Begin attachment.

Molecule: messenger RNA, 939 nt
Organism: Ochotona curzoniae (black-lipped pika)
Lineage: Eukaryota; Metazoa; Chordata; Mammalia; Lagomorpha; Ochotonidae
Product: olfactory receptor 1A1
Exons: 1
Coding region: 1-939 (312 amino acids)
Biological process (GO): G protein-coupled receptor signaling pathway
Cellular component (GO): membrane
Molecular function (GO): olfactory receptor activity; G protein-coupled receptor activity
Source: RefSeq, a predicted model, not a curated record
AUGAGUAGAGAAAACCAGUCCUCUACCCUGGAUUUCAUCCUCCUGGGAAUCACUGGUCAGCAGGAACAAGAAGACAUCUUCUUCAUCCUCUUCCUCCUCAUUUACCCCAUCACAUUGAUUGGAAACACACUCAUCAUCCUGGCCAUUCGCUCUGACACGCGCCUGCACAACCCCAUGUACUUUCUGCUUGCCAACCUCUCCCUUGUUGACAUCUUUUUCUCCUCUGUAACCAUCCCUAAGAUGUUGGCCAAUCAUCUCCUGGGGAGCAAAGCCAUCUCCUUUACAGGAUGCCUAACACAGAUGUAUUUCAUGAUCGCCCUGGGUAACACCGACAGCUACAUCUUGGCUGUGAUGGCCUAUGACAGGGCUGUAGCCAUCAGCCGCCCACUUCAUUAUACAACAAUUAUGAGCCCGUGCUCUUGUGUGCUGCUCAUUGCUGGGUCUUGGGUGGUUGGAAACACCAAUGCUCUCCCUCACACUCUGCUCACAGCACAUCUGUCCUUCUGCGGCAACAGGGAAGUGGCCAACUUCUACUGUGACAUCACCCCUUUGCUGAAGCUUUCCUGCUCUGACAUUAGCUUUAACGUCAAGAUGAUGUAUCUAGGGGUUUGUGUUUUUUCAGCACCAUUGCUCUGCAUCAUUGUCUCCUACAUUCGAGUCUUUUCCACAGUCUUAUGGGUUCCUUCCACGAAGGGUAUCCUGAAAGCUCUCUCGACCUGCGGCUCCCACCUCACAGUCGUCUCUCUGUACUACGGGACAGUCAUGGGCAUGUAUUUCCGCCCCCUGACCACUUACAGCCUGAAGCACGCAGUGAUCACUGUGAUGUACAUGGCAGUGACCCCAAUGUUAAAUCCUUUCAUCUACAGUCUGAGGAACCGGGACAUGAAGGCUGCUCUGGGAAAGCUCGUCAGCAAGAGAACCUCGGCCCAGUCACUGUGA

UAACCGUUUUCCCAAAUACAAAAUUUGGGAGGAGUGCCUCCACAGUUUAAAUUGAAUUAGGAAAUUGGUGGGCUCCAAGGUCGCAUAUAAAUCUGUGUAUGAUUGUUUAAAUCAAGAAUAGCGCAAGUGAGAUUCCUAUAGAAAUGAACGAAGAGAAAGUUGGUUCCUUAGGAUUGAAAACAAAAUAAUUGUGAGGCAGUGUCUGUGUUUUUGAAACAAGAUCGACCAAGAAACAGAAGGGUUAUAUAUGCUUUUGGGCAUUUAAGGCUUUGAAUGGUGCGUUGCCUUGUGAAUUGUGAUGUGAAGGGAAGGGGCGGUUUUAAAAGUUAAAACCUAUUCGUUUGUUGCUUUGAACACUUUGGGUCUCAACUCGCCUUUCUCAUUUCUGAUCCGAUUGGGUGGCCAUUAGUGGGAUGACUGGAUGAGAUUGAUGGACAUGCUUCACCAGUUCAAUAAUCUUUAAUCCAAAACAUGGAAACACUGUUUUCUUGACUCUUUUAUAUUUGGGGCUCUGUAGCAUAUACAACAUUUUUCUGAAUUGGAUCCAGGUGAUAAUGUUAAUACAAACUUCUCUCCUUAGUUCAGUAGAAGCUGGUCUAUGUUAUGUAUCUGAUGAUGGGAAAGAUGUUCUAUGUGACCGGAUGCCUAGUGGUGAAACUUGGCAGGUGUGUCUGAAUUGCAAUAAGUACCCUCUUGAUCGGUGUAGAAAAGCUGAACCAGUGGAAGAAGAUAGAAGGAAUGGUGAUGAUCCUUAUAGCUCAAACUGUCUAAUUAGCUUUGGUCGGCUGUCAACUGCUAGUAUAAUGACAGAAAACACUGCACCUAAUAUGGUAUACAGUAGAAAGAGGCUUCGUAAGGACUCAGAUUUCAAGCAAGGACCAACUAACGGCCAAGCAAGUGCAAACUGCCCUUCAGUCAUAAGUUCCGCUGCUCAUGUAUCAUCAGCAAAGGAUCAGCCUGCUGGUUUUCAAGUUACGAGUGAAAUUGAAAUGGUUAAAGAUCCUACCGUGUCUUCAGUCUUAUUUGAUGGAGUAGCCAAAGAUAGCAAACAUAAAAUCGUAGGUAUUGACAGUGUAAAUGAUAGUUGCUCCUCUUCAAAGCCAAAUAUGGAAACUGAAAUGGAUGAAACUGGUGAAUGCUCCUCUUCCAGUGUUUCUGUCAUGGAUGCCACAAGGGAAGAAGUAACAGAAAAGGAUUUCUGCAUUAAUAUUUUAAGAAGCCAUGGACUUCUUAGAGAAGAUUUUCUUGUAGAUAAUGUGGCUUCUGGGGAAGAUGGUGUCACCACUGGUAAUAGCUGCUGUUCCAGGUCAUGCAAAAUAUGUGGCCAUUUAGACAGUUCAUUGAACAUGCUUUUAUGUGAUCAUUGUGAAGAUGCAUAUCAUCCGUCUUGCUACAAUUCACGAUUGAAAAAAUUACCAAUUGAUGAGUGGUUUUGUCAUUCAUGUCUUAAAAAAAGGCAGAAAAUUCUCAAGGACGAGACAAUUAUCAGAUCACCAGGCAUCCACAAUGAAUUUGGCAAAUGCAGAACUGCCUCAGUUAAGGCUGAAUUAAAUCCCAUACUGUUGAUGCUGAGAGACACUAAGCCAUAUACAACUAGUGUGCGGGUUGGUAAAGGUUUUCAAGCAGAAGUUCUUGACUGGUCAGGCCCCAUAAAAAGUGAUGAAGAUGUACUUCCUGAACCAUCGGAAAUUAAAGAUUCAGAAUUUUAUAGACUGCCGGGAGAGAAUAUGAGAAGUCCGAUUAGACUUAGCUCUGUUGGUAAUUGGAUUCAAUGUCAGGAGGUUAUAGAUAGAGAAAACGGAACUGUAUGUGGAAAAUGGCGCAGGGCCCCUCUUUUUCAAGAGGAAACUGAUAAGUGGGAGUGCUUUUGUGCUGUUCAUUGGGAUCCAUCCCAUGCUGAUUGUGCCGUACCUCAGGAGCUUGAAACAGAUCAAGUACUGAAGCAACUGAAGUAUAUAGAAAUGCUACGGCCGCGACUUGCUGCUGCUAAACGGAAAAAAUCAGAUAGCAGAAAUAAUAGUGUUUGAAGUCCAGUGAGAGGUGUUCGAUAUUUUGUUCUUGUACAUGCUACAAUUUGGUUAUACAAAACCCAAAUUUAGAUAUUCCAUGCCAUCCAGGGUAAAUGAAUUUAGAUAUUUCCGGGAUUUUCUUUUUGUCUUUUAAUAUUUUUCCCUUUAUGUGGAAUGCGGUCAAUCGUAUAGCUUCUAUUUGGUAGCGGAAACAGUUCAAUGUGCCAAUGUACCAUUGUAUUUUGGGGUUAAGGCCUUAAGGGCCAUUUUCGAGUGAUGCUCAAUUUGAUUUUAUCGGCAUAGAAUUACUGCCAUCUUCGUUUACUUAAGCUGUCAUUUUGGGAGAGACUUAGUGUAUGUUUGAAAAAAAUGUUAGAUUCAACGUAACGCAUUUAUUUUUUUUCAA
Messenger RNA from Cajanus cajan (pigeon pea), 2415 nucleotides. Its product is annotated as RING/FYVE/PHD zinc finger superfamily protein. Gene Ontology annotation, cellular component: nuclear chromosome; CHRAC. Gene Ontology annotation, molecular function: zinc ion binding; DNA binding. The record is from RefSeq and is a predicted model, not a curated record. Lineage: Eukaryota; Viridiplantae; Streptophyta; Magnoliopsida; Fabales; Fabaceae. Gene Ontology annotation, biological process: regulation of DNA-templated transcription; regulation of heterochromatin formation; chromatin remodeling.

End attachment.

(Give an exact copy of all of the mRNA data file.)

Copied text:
Molecule: messenger RNA, 939 nt
Organism: Ochotona curzoniae (black-lipped pika)
Lineage: Eukaryota; Metazoa; Chordata; Mammalia; Lagomorpha; Ochotonidae
Product: olfactory receptor 1A1
Exons: 1
Coding region: 1-939 (312 amino acids)
Biological process (GO): G protein-coupled receptor signaling pathway
Cellular component (GO): membrane
Molecular function (GO): olfactory receptor activity; G protein-coupled receptor activity
Source: RefSeq, a predicted model, not a curated record
AUGAGUAGAGAAAACCAGUCCUCUACCCUGGAUUUCAUCCUCCUGGGAAUCACUGGUCAGCAGGAACAAGAAGACAUCUUCUUCAUCCUCUUCCUCCUCAUUUACCCCAUCACAUUGAUUGGAAACACACUCAUCAUCCUGGCCAUUCGCUCUGACACGCGCCUGCACAACCCCAUGUACUUUCUGCUUGCCAACCUCUCCCUUGUUGACAUCUUUUUCUCCUCUGUAACCAUCCCUAAGAUGUUGGCCAAUCAUCUCCUGGGGAGCAAAGCCAUCUCCUUUACAGGAUGCCUAACACAGAUGUAUUUCAUGAUCGCCCUGGGUAACACCGACAGCUACAUCUUGGCUGUGAUGGCCUAUGACAGGGCUGUAGCCAUCAGCCGCCCACUUCAUUAUACAACAAUUAUGAGCCCGUGCUCUUGUGUGCUGCUCAUUGCUGGGUCUUGGGUGGUUGGAAACACCAAUGCUCUCCCUCACACUCUGCUCACAGCACAUCUGUCCUUCUGCGGCAACAGGGAAGUGGCCAACUUCUACUGUGACAUCACCCCUUUGCUGAAGCUUUCCUGCUCUGACAUUAGCUUUAACGUCAAGAUGAUGUAUCUAGGGGUUUGUGUUUUUUCAGCACCAUUGCUCUGCAUCAUUGUCUCCUACAUUCGAGUCUUUUCCACAGUCUUAUGGGUUCCUUCCACGAAGGGUAUCCUGAAAGCUCUCUCGACCUGCGGCUCCCACCUCACAGUCGUCUCUCUGUACUACGGGACAGUCAUGGGCAUGUAUUUCCGCCCCCUGACCACUUACAGCCUGAAGCACGCAGUGAUCACUGUGAUGUACAUGGCAGUGACCCCAAUGUUAAAUCCUUUCAUCUACAGUCUGAGGAACCGGGACAUGAAGGCUGCUCUGGGAAAGCUCGUCAGCAAGAGAACCUCGGCCCAGUCACUGUGA

UAACCGUUUUCCCAAAUACAAAAUUUGGGAGGAGUGCCUCCACAGUUUAAAUUGAAUUAGGAAAUUGGUGGGCUCCAAGGUCGCAUAUAAAUCUGUGUAUGAUUGUUUAAAUCAAGAAUAGCGCAAGUGAGAUUCCUAUAGAAAUGAACGAAGAGAAAGUUGGUUCCUUAGGAUUGAAAACAAAAUAAUUGUGAGGCAGUGUCUGUGUUUUUGAAACAAGAUCGACCAAGAAACAGAAGGGUUAUAUAUGCUUUUGGGCAUUUAAGGCUUUGAAUGGUGCGUUGCCUUGUGAAUUGUGAUGUGAAGGGAAGGGGCGGUUUUAAAAGUUAAAACCUAUUCGUUUGUUGCUUUGAACACUUUGGGUCUCAACUCGCCUUUCUCAUUUCUGAUCCGAUUGGGUGGCCAUUAGUGGGAUGACUGGAUGAGAUUGAUGGACAUGCUUCACCAGUUCAAUAAUCUUUAAUCCAAAACAUGGAAACACUGUUUUCUUGACUCUUUUAUAUUUGGGGCUCUGUAGCAUAUACAACAUUUUUCUGAAUUGGAUCCAGGUGAUAAUGUUAAUACAAACUUCUCUCCUUAGUUCAGUAGAAGCUGGUCUAUGUUAUGUAUCUGAUGAUGGGAAAGAUGUUCUAUGUGACCGGAUGCCUAGUGGUGAAACUUGGCAGGUGUGUCUGAAUUGCAAUAAGUACCCUCUUGAUCGGUGUAGAAAAGCUGAACCAGUGGAAGAAGAUAGAAGGAAUGGUGAUGAUCCUUAUAGCUCAAACUGUCUAAUUAGCUUUGGUCGGCUGUCAACUGCUAGUAUAAUGACAGAAAACACUGCACCUAAUAUGGUAUACAGUAGAAAGAGGCUUCGUAAGGACUCAGAUUUCAAGCAAGGACCAACUAACGGCCAAGCAAGUGCAAACUGCCCUUCAGUCAUAAGUUCCGCUGCUCAUGUAUCAUCAGCAAAGGAUCAGCCUGCUGGUUUUCAAGUUACGAGUGAAAUUGAAAUGGUUAAAGAUCCUACCGUGUCUUCAGUCUUAUUUGAUGGAGUAGCCAAAGAUAGCAAACAUAAAAUCGUAGGUAUUGACAGUGUAAAUGAUAGUUGCUCCUCUUCAAAGCCAAAUAUGGAAACUGAAAUGGAUGAAACUGGUGAAUGCUCCUCUUCCAGUGUUUCUGUCAUGGAUGCCACAAGGGAAGAAGUAACAGAAAAGGAUUUCUGCAUUAAUAUUUUAAGAAGCCAUGGACUUCUUAGAGAAGAUUUUCUUGUAGAUAAUGUGGCUUCUGGGGAAGAUGGUGUCACCACUGGUAAUAGCUGCUGUUCCAGGUCAUGCAAAAUAUGUGGCCAUUUAGACAGUUCAUUGAACAUGCUUUUAUGUGAUCAUUGUGAAGAUGCAUAUCAUCCGUCUUGCUACAAUUCACGAUUGAAAAAAUUACCAAUUGAUGAGUGGUUUUGUCAUUCAUGUCUUAAAAAAAGGCAGAAAAUUCUCAAGGACGAGACAAUUAUCAGAUCACCAGGCAUCCACAAUGAAUUUGGCAAAUGCAGAACUGCCUCAGUUAAGGCUGAAUUAAAUCCCAUACUGUUGAUGCUGAGAGACACUAAGCCAUAUACAACUAGUGUGCGGGUUGGUAAAGGUUUUCAAGCAGAAGUUCUUGACUGGUCAGGCCCCAUAAAAAGUGAUGAAGAUGUACUUCCUGAACCAUCGGAAAUUAAAGAUUCAGAAUUUUAUAGACUGCCGGGAGAGAAUAUGAGAAGUCCGAUUAGACUUAGCUCUGUUGGUAAUUGGAUUCAAUGUCAGGAGGUUAUAGAUAGAGAAAACGGAACUGUAUGUGGAAAAUGGCGCAGGGCCCCUCUUUUUCAAGAGGAAACUGAUAAGUGGGAGUGCUUUUGUGCUGUUCAUUGGGAUCCAUCCCAUGCUGAUUGUGCCGUACCUCAGGAGCUUGAAACAGAUCAAGUACUGAAGCAACUGAAGUAUAUAGAAAUGCUACGGCCGCGACUUGCUGCUGCUAAACGGAAAAAAUCAGAUAGCAGAAAUAAUAGUGUUUGAAGUCCAGUGAGAGGUGUUCGAUAUUUUGUUCUUGUACAUGCUACAAUUUGGUUAUACAAAACCCAAAUUUAGAUAUUCCAUGCCAUCCAGGGUAAAUGAAUUUAGAUAUUUCCGGGAUUUUCUUUUUGUCUUUUAAUAUUUUUCCCUUUAUGUGGAAUGCGGUCAAUCGUAUAGCUUCUAUUUGGUAGCGGAAACAGUUCAAUGUGCCAAUGUACCAUUGUAUUUUGGGGUUAAGGCCUUAAGGGCCAUUUUCGAGUGAUGCUCAAUUUGAUUUUAUCGGCAUAGAAUUACUGCCAUCUUCGUUUACUUAAGCUGUCAUUUUGGGAGAGACUUAGUGUAUGUUUGAAAAAAAUGUUAGAUUCAACGUAACGCAUUUAUUUUUUUUCAA
Messenger RNA from Cajanus cajan (pigeon pea), 2415 nucleotides. Its product is annotated as RING/FYVE/PHD zinc finger superfamily protein. Gene Ontology annotation, cellular component: nuclear chromosome; CHRAC. Gene Ontology annotation, molecular function: zinc ion binding; DNA binding. The record is from RefSeq and is a predicted model, not a curated record. Lineage: Eukaryota; Viridiplantae; Streptophyta; Magnoliopsida; Fabales; Fabaceae. Gene Ontology annotation, biological process: regulation of DNA-templated transcription; regulation of heterochromatin formation; chromatin remodeling.